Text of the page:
Son of the Morning Star

Topics: Battle of the Little Bighorn, Frederick Benteen, Sitting Bull Pages: 5 (1964 words) Published: April 17, 2013
Son of the Morning Star Analysis
Evan S. Connell has a unique writing style. While most stories are told from beginning to end, Son of the Morning Star: Custer and The Little Bighorn (North Point Press, 1984) begins with the aftermath of The Battle of the Little Bighorn. It is then followed by numerous events which led up to this battle. Connell chose this non-linear writing style in order to distribute the details he finds most fascinating and interesting to share with his audience. Using the conclusion of the battle as the introduction of the narrative creates a suspenseful tone. In the beginning of the story, the setting is the battle field which The Battle of the Little Bighorn had taken place a few days earlier. Lieutenant James Bradley has led his troops to the land where they discover the corpses of which they believe are General George Armstrong Custer’s troops. Custer himself was nowhere in sight. Even after a reward was offered upon his retrieval he could not be found. The deserted battle field raised questions and the men began to imagine what had happened days prior to their arrival. The author writes, “While discussing the day’s events around a campfire most infantrymen predicted more unpleasant news…” (pg. 3) The troops discovered a woman who was present during the battle and described to them what she had witnessed. The woman’s recollection of her experience opens up the story to a chronicle of the events which happened during the battle. The reader is given details regarding to Custer’s entrance and also each opponent’s fighting style: “Instead, Reno’s men dismounted and formed a skirmish line. Then they began to retreat. They ran very fast, she said, dropping guns and cartridges. She was disgusted by the conduct of these whites, saying they must have been seized with panic worse than that which seized her own people.” (pg. 7) As the plot approaches its conclusion, the reader is taken back to the aftermath of the battle and receives a tale told by a Cheyenne woman named Kate Bighead. She delivered a short story about the corpses she saw laying on the battlefield, one in particular she identified as General Custer: She said two Southern Cheyenne women were at the Little Bighorn and when the fighting ended they went to the battlefield. They saw Custer. They knew him well…they recognized him even though his hair was short and face was dirty. (pg. 422) Although the plot of this story does not have a chronological structure, it develops a more personal connection because the characters in the story are directly speaking to the audience as they give their personal accounts on the battle. For example, it had already been said that Reno was dead; however, an outburst made by Reno himself is mentioned shortly after. “The major was swigging at a flask when DeRudio splashed by. ‘What are you trying to do?’ Reno asked. ‘Drown me before I am killed?’” (pg. 50) Evan S. Connell’s work, Son of the Morning Star is an extraordinary and captivating narrative. He has an acquiring mind and was not afraid to step away from the traditional form of writing. Behind the chaos there is meaning. The writing style presented in this story is untraditional which could possibly lose the attention of the reader; however, this was a valid decision. ∆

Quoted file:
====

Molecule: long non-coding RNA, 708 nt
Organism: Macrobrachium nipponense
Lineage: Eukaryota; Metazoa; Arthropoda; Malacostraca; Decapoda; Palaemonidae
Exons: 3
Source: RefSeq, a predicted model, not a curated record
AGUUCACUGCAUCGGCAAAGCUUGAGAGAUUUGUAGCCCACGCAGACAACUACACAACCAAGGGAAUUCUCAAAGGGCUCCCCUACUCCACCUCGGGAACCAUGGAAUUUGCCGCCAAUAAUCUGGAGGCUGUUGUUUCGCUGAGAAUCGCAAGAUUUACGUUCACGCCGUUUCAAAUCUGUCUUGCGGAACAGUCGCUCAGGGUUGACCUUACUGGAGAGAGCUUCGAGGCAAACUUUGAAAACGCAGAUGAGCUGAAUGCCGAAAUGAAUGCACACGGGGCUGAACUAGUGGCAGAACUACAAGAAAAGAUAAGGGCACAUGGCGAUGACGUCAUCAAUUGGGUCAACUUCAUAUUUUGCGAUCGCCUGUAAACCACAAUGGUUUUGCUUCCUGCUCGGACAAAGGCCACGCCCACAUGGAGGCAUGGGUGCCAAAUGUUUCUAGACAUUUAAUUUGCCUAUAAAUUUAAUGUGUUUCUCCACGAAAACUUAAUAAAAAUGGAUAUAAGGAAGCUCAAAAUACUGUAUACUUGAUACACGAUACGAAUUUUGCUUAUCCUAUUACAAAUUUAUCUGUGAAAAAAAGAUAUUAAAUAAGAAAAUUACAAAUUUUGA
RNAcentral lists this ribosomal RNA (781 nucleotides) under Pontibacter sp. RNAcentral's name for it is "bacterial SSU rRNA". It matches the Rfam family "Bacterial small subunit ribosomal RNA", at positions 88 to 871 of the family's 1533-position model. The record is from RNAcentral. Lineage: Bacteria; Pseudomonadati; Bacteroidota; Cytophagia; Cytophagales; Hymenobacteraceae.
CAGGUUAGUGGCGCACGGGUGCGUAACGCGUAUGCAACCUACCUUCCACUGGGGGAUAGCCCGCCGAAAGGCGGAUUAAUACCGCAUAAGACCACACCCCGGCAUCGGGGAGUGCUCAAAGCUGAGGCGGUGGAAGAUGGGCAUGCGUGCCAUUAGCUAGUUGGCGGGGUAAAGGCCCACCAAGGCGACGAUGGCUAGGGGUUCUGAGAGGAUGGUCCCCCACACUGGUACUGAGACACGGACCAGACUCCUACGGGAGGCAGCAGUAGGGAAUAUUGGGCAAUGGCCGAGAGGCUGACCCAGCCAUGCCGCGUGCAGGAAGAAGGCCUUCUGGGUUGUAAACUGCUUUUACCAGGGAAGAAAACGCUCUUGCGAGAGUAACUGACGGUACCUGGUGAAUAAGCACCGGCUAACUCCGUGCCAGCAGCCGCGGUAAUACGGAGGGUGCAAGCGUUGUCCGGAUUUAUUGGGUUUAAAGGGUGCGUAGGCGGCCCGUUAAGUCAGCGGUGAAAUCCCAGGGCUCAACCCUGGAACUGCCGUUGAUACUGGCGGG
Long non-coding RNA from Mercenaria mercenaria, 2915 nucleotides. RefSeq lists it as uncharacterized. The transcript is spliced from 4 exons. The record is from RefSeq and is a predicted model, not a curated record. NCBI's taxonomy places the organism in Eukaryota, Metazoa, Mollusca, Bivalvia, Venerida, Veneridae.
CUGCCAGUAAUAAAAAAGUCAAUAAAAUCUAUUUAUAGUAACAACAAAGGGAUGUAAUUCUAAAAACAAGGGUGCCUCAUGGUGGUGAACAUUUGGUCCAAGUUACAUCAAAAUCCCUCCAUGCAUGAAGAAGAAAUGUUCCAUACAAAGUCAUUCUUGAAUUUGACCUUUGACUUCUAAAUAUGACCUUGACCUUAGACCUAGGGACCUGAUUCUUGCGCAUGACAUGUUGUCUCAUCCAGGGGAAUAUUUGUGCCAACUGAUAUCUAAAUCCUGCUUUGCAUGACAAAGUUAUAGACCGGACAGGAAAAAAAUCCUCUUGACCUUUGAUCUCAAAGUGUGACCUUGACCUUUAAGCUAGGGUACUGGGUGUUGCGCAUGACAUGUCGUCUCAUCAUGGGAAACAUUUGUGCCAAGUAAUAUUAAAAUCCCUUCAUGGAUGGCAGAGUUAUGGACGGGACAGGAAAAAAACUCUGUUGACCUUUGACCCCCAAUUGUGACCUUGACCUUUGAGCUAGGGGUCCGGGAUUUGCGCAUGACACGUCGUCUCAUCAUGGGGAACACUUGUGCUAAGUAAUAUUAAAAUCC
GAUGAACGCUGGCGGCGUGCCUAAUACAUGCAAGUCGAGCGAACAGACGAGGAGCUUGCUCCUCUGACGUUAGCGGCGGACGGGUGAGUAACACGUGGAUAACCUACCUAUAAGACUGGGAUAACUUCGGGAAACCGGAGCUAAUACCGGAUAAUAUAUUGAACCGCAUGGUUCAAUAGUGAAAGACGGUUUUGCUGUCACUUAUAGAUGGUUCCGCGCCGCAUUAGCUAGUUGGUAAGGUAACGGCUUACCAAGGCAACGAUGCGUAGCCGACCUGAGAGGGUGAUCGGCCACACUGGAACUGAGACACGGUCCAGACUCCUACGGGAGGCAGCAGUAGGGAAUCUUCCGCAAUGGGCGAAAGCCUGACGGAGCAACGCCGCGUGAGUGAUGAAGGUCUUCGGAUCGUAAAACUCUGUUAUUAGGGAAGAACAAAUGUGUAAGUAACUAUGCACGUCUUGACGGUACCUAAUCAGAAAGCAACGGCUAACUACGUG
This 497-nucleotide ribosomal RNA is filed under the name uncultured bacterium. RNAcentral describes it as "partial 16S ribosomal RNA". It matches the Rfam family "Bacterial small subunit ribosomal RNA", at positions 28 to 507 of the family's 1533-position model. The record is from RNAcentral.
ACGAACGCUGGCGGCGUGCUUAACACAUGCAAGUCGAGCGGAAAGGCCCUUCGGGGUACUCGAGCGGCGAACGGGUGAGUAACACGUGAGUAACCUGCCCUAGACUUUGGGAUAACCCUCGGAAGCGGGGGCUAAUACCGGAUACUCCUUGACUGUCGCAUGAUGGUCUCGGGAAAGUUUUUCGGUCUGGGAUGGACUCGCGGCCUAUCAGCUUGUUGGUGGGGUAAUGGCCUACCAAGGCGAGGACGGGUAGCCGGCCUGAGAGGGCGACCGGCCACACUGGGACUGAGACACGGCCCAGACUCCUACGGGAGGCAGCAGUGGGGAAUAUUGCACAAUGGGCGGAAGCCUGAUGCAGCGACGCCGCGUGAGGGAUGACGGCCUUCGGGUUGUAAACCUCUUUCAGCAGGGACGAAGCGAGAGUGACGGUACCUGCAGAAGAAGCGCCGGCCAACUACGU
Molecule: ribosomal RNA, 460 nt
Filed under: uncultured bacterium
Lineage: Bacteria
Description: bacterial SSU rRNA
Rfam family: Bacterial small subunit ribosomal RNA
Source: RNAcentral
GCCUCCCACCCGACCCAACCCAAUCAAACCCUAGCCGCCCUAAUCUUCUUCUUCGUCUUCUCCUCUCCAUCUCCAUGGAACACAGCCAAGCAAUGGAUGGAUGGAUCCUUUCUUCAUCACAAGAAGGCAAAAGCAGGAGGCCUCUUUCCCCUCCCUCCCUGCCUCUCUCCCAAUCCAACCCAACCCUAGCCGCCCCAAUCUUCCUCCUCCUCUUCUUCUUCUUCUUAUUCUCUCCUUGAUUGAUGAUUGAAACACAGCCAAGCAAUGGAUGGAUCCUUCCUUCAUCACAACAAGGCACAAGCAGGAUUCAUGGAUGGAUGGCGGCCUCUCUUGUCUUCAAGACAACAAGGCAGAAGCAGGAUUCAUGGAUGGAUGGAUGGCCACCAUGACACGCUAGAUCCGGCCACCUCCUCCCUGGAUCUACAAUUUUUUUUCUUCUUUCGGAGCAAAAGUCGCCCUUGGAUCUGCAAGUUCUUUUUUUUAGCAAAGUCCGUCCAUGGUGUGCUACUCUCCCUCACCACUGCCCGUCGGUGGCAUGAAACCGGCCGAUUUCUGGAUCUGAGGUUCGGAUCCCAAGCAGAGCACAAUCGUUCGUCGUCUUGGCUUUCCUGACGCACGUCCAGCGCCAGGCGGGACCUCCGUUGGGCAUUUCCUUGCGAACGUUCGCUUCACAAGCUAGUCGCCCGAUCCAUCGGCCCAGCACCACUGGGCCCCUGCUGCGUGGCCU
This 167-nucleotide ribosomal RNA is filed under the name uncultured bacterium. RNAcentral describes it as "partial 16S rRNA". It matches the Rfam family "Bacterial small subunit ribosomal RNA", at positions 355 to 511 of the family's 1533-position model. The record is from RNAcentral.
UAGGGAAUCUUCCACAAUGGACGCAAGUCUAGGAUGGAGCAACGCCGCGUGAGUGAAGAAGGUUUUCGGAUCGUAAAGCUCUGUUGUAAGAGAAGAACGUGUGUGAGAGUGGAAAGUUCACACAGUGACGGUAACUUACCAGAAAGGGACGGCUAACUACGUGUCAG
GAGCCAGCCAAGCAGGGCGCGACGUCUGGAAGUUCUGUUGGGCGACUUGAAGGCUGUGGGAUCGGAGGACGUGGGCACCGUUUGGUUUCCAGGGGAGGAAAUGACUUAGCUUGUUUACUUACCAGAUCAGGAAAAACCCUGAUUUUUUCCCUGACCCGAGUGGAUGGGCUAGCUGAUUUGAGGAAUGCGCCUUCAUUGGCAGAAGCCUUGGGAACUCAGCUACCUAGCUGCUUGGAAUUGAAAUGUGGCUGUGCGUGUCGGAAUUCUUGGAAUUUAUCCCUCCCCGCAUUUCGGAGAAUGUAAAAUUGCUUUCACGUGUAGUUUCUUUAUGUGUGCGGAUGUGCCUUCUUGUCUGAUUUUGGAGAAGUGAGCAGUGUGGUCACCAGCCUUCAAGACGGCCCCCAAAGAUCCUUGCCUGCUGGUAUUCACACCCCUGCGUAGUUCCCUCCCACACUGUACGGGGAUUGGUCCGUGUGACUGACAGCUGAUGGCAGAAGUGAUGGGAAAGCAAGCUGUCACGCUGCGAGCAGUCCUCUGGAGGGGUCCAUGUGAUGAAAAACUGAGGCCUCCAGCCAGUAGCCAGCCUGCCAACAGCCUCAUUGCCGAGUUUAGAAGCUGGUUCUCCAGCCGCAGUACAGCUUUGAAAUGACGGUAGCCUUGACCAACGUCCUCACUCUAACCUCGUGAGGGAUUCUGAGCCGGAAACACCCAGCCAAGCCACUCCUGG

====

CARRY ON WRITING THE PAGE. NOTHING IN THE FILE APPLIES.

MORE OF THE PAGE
Based on its cover the reader might think that the entire story is about General Custer and his troops. Despite expectations, the audience actually catches a glimpse of both the lives of Custer as well as his opponents. The author gives the reader a little information on the background of Crazy Horse, formerly known as Curly. “Curly did not reveal this manifestation to anybody until he was sixteen and ready to become a warrior…Except for moccasins and breechcloth he rode naked.” (pg. 67) The author also gives the reader the opportunity to read a few journal entries about Crazy Horse. These entries come from the diary of Jesse Lee,...
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